Salisbury - Stockbridge - Winchester
Trip Start Jul 06, 2011
16Trip End Aug 04, 2011
Map your own trip!
Show trip route
This morning after a fine Full English Breakfast my friend, our next door neighbor from my days of living in London, and I toured Salisbury Cathedral. I have been there many times, as had she, but it is always amazing.
Salisbury Cathedral was begun in 1220. The quire, transepts and nave were completed in only 38 years and the west front was completed by 1258. Because it was built so quickly it is all in one style, Early English Gothic. That means fairly simple, pointed arches. The tower and spire were added in the beginning of the 14th century
The first person buried in the cathedral had the unfortunate name of William Longespee. He was a half brother of the cruelly evil King John and was one of the advisers in the making of the Magna Carta (see below).
The cathedral houses a medieval clock, dated 1386, and reputed to be the oldest clock in the world. I am fairly certain that I have seen a clock in China predating that by quite a bit, but the western world ignores eastern history just as the eastern world ignores the west.
The cathedral also contains some very modern artwork: a hanging that looks rather like a model of a molecule made with coat hangers,a very beautiful baptismal font which acts as a fountain, the Amnesty International candle, and several modern embroidered altar frontals.
The cloisters are lovely, but no monks have ever resided at the cathedral. Off of the cloisters sits the Chapter House
By 1215 King John had virtually destroyed the lives of his subjects through cruelty and taxation. The great barons of the land drew up a treaty, the Great Charter or Magna Carta, as a basic bill of rights. Basically they forced the king to sign it. It was promptly annulled by the pope, but later reinstated. It forms the basis for English law. Its most famous chapter reads: 'No free man shall be taken or imprisoned or deprived or outlawed or exiled or in any way ruined ... except by the lawful judgement of his peers or by the law of the land.' Sound familiar? It is written in abbreviated medieval Latin on a piece of vellum which is prepared calfskin, and written incredibly small. How they kept a quill that sharp is beyond my knowledge!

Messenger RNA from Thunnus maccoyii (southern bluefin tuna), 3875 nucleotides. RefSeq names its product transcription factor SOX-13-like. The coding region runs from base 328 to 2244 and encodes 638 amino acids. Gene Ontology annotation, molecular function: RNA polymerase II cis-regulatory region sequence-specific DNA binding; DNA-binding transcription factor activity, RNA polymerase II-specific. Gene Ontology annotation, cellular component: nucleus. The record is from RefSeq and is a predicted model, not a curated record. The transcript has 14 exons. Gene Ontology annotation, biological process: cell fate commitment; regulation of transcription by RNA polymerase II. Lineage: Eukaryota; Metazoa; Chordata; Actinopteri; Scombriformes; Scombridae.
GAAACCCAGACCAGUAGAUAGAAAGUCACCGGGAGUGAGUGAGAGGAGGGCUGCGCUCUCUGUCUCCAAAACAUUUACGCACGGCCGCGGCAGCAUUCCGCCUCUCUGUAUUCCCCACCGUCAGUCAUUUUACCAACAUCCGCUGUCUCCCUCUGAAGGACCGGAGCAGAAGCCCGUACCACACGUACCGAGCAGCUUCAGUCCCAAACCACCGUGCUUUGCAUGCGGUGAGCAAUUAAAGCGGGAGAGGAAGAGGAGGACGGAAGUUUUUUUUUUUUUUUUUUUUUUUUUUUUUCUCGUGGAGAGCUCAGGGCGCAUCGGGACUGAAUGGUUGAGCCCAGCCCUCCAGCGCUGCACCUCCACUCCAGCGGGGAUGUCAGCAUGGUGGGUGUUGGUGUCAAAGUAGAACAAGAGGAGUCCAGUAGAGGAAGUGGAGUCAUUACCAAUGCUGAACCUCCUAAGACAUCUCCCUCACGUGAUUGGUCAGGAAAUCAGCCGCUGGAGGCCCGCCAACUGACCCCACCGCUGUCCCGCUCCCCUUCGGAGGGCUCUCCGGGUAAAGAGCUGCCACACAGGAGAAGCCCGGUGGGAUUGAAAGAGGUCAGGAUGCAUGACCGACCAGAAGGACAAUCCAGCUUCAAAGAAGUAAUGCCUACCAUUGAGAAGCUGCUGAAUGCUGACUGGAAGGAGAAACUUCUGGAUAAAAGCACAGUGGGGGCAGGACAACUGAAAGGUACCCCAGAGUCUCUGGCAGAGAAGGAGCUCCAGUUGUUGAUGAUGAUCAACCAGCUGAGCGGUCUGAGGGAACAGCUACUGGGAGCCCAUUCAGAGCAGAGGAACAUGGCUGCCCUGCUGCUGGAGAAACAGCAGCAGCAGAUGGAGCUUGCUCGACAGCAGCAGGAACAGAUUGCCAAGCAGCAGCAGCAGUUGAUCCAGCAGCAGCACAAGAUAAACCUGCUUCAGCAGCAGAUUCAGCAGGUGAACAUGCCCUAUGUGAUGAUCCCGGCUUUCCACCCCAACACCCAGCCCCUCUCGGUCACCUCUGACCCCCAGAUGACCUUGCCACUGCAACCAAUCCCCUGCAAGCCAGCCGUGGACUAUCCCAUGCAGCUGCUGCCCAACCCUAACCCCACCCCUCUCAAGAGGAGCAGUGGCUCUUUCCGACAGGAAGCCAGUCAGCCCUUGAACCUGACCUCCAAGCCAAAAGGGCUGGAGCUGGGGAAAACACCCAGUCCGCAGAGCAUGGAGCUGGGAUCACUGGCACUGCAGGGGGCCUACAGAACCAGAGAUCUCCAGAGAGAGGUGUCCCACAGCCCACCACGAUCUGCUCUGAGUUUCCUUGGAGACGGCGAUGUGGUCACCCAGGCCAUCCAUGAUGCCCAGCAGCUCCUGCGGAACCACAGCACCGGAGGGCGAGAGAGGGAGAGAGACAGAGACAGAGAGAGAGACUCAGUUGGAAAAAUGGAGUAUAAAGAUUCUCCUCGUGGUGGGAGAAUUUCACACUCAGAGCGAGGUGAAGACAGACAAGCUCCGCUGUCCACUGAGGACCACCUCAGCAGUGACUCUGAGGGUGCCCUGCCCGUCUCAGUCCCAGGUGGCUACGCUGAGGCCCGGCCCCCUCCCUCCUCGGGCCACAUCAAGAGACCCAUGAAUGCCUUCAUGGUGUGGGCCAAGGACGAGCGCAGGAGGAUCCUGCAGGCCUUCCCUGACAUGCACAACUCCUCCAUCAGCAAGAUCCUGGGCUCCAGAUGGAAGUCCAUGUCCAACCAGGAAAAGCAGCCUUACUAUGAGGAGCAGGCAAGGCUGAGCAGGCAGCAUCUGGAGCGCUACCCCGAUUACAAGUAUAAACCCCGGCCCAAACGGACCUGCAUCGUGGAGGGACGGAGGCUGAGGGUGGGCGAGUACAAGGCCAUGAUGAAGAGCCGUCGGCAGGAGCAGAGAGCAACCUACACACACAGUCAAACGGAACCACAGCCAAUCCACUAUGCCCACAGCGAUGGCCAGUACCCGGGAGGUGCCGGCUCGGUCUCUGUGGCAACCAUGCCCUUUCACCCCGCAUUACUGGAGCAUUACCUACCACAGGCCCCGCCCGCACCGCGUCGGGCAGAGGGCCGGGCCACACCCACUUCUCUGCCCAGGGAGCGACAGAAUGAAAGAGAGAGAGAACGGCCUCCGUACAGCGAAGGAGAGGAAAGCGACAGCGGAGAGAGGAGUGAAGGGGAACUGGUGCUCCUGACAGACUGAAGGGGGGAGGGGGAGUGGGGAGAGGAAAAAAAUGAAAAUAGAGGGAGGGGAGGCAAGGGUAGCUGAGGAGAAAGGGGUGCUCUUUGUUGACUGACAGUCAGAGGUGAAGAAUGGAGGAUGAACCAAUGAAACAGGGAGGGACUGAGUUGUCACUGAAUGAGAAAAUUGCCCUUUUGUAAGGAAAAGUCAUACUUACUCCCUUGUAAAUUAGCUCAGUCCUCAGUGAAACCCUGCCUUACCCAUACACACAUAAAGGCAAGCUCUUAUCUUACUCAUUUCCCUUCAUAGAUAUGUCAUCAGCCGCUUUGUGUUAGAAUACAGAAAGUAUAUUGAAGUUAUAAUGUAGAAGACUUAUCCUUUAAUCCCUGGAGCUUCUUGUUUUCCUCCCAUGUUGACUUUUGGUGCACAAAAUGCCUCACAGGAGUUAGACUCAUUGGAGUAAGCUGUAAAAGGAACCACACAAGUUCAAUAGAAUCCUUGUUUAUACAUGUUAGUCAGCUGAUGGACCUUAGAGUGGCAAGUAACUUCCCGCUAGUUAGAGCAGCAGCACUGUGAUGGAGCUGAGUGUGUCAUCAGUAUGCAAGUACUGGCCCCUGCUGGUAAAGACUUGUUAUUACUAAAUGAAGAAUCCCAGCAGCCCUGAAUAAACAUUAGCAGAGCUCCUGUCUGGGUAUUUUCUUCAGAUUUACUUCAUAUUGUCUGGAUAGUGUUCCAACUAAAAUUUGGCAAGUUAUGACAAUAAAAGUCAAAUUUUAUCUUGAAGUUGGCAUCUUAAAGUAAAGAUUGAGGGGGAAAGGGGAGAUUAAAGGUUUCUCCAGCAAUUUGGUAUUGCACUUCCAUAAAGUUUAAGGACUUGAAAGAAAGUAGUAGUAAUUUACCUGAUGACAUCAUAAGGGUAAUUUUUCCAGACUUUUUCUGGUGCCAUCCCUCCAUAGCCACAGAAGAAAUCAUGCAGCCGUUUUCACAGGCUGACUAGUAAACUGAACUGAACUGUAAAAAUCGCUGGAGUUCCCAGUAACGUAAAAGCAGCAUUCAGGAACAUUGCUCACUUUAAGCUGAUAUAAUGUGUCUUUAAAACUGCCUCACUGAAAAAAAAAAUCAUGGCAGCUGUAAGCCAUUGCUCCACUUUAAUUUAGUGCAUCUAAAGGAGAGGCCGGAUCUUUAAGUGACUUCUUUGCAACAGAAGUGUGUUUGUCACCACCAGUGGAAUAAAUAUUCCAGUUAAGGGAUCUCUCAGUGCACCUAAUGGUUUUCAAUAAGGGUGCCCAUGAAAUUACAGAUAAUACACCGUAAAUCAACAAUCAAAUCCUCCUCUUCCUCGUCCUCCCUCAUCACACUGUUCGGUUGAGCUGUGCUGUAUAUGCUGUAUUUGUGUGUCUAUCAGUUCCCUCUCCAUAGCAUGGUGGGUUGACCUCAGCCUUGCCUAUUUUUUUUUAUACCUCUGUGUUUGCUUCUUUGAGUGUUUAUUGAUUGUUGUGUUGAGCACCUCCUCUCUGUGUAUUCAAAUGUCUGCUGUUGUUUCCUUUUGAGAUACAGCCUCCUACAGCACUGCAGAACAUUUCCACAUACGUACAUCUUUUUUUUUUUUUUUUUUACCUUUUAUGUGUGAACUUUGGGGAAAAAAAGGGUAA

After a bite to eat at the cathedral cafe we started across Salisbury Plain towards Winchester, stopping in the lovely village of Stockbridge for a cream tea at Lilly Langtree's. Once in Winchester, which is really not very far from Salisbury, we had the most difficult time finding the actual city center which housed the cathedral and my hotel. After asking we were pointed in the direction. We stopped again and it turned out to be at the end of the street. My hotel is a hop, skip and a jump from the cathedral. I am on the 2nd floor (which is the 3rd by American counting), up a very narrow, curved stairway with steps shorter than the length of my rather short foot. I hold on for dear life going down those stairs!